In search of better performance wheels became lighter and smaller in diameter.

In search of better performance wheels became lighter and smaller in diameter. (Jeff Allen/)

The pursuit of light weight must be considered against other goals, such as structural stiffness. More than one of the Japanese majors has built ultralight versions of their racebikes in hope of realizing higher performance. But test riders dashed those hopes by reporting high-speed instability resulting from chassis flabbiness. Fortunately, designs stiffer than traditional twin-loop or cradle tube frames came into being, providing the necessary stiffness at a lower weight penalty. I was stunned when I put one of the once-revolutionary Norton “Featherbed’’ steel tube frames on a scale and saw the dial whirl around to 42 pounds.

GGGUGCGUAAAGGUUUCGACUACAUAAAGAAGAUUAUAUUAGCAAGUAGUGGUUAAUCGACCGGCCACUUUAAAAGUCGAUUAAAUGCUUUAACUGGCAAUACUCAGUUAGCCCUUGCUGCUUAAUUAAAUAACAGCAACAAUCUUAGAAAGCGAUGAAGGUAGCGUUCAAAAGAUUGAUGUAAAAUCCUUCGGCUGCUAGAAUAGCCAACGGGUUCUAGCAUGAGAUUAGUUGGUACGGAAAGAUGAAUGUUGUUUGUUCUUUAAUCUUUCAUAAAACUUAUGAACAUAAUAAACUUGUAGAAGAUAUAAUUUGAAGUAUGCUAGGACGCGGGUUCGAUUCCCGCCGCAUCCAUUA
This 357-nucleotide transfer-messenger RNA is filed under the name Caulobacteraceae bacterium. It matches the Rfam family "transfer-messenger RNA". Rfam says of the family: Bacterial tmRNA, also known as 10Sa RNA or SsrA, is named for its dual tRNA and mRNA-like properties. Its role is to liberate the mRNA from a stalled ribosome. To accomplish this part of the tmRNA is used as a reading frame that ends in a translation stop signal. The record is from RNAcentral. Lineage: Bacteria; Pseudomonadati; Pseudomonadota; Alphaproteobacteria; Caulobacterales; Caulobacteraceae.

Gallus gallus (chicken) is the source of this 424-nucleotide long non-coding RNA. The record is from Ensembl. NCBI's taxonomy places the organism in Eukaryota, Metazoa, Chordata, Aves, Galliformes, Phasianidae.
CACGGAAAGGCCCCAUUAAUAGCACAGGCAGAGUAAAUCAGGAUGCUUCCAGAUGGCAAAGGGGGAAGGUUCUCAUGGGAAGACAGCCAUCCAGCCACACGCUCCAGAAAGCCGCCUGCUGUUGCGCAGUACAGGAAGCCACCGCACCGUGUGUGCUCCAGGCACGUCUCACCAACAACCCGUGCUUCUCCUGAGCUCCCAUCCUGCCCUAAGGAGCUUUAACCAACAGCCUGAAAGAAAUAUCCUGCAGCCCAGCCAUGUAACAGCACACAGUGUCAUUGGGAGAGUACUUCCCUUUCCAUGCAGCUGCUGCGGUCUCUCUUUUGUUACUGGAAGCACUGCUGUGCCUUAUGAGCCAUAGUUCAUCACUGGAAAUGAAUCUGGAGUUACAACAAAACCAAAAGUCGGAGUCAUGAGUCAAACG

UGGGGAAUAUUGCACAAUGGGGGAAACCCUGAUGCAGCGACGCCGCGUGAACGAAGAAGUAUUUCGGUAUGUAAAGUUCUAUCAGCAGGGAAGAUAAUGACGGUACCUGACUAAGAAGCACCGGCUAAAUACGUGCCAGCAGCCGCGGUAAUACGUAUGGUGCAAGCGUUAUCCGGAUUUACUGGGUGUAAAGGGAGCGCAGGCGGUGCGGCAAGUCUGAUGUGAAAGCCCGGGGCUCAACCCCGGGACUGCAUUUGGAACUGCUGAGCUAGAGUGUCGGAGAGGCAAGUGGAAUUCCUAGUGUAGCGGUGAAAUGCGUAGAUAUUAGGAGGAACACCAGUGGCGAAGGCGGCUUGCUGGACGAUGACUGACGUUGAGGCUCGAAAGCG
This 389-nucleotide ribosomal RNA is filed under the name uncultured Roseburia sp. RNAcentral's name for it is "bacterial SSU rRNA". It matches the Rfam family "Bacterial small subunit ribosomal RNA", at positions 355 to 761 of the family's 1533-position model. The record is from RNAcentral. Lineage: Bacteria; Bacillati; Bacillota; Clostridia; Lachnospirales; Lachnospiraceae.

All of the above is not to denigrate the classic designs of the past, which some of us continue to own and enjoy. As technology advances, new levels of performance become possible.